Diabetes Self-Management Articles

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Fast-Acting Insulin

by Hope Warshaw, MMSc, RD, BC-ADM, CDE

Walsh, Wolpert, and Gary Scheiner, a certified diabetes educator in private practice in Pennsylvania, agree that the glycemic index of the foods in a meal or snack as well as the fiber and fat content can dramatically affect how quickly or slowly blood glucose level rises. (The glycemic index ranks foods based on how quickly they raise a person’s blood glucose.) “Using this knowledge is especially helpful at breakfast,” adds Wolpert, because “some people are more insulin-resistant in the morning and therefore have more of a problem controlling blood glucose around the breakfast hours.” For these reasons, both Wolpert and Scheiner suggest that people have foods with a lower glycemic index such as yogurt or a bowl of oatmeal with a piece of fruit for breakfast rather than foods with a higher glycemic index such as some cold cereals, pancakes, or muffins.

In general, foods and combinations of foods that have a low glycemic index and high fiber content will raise blood glucose more slowly. Meals and snacks that have a higher glycemic index and are lower in fiber will raise blood glucose more quickly. Meals and snacks that are high in fat content tend to cause a delayed rise in blood glucose.

The extent to which the glycemic index or fat content of a meal speeds or slows the rise in blood glucose following a meal varies from person to person. If you find that certain meals affect your postmeal blood glucose levels in a predictable fashion, you may be able to fine-tune the timing of your premeal injections or boluses accordingly.

Practical tips
Meticulously timing your rapid-acting insulin dose and carefully calculating your dose according to the carbohydrate you will eat is usually best for blood glucose control, but it may not always be possible. There are times when you know exactly when and how much you will eat and times when you don’t. For example, if you are trying out a new restaurant, eating at a friend’s home, or not feeling well, you may not know exactly when or what you will be eating, which can make it difficult to know how much insulin you’ll need and when to take it. In addition, if your blood glucose level is low before a meal, you may have to give the food, not the insulin, a head start. The following practical tips may help you adjust for the realities of daily life:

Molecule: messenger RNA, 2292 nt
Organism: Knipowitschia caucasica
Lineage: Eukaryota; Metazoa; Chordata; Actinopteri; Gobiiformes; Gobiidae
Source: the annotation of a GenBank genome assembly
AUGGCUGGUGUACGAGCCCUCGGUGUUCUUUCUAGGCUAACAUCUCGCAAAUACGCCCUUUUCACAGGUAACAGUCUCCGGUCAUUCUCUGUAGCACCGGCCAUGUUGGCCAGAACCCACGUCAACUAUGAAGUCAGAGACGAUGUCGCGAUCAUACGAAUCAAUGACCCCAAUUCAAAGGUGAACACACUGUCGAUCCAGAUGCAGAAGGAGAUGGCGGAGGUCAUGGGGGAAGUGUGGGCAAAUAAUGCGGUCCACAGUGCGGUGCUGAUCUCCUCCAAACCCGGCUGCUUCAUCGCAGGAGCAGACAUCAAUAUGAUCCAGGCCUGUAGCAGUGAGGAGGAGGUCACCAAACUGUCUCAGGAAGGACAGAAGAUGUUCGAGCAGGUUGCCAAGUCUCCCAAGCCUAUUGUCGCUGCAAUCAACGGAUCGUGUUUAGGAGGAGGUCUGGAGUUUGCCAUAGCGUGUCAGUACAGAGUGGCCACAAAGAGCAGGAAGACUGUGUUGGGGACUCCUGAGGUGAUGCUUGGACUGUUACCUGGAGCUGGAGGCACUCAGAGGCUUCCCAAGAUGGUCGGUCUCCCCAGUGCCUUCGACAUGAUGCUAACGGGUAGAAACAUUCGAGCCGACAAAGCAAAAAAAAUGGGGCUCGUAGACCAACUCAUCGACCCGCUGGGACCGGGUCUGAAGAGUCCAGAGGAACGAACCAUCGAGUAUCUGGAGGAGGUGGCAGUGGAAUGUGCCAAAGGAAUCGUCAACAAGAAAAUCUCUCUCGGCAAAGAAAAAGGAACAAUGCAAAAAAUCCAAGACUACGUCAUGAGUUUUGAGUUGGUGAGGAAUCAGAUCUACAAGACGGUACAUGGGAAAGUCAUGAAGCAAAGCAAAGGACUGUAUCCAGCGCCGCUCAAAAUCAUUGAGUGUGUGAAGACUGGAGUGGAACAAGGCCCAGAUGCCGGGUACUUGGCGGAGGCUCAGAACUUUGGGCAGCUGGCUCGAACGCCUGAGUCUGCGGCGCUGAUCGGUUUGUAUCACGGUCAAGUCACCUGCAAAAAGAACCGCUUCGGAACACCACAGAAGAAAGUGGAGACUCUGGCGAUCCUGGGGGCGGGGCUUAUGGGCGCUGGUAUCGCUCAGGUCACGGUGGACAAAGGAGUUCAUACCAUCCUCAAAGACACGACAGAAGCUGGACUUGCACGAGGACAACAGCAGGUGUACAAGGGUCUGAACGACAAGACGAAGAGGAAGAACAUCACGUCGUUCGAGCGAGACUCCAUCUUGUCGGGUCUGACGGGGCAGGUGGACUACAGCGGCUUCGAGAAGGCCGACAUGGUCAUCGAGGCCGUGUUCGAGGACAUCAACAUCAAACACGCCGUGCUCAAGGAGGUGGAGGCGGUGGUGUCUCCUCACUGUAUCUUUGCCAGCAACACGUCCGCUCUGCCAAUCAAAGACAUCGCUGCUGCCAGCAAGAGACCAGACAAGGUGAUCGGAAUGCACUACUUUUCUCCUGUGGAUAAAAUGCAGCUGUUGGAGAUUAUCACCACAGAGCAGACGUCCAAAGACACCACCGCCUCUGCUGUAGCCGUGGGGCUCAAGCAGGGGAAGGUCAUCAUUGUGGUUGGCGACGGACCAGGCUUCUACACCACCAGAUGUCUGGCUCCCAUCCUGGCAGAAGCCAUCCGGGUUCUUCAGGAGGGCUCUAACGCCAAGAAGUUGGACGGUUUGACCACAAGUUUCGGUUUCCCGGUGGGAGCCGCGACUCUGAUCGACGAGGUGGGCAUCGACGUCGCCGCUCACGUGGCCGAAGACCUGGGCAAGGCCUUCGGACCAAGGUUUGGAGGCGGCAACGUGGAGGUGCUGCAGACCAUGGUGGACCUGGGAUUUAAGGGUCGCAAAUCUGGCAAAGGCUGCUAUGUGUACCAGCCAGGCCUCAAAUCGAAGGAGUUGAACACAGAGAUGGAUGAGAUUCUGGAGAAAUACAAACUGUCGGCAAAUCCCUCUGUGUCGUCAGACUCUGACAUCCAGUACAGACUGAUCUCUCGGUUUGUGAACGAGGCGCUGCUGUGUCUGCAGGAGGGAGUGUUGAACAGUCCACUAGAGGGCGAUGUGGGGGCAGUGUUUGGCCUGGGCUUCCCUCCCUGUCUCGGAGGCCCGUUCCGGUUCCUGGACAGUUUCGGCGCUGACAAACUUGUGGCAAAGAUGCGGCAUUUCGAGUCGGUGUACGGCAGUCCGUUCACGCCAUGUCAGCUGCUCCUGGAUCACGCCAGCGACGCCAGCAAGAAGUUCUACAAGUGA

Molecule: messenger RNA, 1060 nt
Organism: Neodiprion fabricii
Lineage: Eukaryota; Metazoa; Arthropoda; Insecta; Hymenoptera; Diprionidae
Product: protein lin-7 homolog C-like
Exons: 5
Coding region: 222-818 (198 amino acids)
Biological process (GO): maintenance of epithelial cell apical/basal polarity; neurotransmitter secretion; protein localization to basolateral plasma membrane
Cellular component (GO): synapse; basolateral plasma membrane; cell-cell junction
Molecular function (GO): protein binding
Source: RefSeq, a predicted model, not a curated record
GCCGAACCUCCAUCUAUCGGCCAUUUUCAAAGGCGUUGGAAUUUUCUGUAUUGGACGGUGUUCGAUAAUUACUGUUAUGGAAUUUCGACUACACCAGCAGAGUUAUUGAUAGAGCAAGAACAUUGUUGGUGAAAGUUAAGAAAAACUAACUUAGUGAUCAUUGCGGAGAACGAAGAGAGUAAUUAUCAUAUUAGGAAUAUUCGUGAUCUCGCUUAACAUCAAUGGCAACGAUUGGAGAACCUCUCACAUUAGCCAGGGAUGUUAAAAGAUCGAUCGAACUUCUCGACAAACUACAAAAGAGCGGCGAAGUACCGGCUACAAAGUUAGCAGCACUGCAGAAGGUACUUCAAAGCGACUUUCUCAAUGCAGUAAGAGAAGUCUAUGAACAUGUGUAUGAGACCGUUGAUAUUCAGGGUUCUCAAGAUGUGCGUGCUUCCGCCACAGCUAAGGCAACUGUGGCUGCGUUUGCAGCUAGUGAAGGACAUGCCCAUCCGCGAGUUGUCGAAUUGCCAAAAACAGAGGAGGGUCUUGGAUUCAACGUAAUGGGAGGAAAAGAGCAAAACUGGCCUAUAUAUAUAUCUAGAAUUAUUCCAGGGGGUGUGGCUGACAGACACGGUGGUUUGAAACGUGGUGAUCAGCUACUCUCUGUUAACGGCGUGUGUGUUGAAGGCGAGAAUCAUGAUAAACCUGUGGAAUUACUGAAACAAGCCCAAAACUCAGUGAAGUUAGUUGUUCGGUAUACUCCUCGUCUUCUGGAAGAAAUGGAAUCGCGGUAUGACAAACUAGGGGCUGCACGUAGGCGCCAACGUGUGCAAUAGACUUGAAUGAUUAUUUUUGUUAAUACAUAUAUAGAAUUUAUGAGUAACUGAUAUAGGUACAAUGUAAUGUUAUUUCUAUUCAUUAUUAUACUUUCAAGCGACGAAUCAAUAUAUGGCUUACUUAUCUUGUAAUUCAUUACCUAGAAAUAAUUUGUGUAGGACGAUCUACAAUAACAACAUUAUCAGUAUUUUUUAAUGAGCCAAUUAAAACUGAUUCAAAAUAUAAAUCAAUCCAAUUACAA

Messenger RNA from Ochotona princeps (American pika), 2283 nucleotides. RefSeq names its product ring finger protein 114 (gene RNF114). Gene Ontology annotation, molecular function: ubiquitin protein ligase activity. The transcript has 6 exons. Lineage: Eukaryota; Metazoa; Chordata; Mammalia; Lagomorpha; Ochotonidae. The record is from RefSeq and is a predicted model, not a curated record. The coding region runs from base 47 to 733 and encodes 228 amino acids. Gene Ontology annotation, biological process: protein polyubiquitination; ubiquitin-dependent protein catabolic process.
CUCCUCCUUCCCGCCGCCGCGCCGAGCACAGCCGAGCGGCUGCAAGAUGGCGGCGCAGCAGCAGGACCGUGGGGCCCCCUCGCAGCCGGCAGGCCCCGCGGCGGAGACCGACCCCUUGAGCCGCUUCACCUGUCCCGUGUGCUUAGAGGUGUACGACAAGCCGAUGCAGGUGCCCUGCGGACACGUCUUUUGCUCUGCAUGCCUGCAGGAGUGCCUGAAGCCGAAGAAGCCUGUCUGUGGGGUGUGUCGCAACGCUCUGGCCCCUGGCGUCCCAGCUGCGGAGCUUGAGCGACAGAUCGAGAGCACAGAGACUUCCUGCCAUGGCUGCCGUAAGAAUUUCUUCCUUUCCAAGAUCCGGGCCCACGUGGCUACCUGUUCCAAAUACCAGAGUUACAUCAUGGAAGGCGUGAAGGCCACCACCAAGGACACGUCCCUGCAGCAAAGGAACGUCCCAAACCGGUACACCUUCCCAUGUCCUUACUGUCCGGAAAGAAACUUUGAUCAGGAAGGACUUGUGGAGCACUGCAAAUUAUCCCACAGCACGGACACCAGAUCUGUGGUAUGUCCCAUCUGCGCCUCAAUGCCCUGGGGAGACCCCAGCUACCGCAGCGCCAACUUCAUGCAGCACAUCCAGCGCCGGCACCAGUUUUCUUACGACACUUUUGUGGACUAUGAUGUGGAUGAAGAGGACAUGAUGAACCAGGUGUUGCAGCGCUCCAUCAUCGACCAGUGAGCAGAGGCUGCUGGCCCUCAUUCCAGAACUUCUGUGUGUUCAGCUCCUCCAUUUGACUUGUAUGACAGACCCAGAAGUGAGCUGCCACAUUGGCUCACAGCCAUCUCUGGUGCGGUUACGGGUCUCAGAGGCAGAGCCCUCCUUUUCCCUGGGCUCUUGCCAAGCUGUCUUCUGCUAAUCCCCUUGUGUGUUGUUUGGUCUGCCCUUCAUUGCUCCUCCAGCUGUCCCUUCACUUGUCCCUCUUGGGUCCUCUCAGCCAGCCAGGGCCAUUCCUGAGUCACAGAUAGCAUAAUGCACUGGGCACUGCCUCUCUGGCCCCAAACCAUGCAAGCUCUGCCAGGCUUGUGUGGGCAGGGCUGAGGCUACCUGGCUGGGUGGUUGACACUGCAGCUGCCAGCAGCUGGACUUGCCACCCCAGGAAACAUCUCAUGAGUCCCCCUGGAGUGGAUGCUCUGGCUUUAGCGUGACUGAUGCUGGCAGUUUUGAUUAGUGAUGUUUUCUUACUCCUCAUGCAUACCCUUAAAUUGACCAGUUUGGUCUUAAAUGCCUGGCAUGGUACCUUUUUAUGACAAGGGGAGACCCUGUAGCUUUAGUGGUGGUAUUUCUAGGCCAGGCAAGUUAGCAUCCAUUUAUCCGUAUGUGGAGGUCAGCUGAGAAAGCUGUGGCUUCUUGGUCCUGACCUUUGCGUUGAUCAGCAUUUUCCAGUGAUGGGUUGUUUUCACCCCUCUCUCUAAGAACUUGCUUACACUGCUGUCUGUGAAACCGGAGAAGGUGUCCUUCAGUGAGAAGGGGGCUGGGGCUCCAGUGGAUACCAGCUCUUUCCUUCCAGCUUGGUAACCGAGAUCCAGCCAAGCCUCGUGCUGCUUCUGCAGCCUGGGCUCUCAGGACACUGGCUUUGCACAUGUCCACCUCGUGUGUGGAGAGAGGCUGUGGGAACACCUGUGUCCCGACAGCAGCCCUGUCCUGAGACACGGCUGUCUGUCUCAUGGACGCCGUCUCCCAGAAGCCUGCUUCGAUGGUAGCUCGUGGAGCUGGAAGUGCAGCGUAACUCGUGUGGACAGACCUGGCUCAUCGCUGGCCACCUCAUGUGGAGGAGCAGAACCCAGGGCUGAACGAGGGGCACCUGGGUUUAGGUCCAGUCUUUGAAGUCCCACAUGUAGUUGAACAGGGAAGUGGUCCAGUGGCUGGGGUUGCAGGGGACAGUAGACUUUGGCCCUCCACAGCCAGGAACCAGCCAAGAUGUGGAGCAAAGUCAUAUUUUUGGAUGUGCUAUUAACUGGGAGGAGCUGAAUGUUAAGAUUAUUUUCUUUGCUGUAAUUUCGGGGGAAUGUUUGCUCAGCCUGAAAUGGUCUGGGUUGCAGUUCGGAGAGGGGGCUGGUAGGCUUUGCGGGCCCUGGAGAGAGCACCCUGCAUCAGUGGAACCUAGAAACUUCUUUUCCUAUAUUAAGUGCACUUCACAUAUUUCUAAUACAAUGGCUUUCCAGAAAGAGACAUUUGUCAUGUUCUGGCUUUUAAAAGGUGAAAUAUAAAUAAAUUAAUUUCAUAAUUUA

High blood glucose before a meal. If your blood glucose is high before a meal, use your insulin sensitivity factor (how much your blood glucose level falls in response to one unit of insulin) to calculate a dose of rapid-acting insulin to cover the high, then wait until that insulin begins to lower your blood glucose before you eat. This method is easier and more convenient for insulin pump users. (For people who are willing to take an extra injection but who don’t want the hassle of carrying a vial of insulin and syringes, an insulin pen may also add some convenience.)

Claudia Shwide-Slavin, a dietitian and certified diabetes educator in private practice in New York City, advises the following: “If your blood glucose level is between 140 mg/dl and 180 mg/dl, take the rapid-acting insulin and wait half an hour before eating. If it’s between 180 mg/dl and 200 mg/dl, wait 45 minutes. If it’s higher than 200 mg/dl, wait at least an hour.” She also notes, however, “I have seen it take two hours after an injection for blood glucose levels to budge.” If a person is hungry or must eat at a specific time, Shwide-Slavin recommends limiting the amount of carbohydrate at the meal by eating mainly protein and nonstarchy vegetables.

Another suggestion from Shwide-Slavin if you can’t delay a meal is to “check your blood glucose an hour before you think you will eat. If it is high, take a correction dose so that your blood glucose will be on the downswing by the time you eat.”

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Also in this article:
Insulin Resources
Normal Insulin Release for Food

 

 

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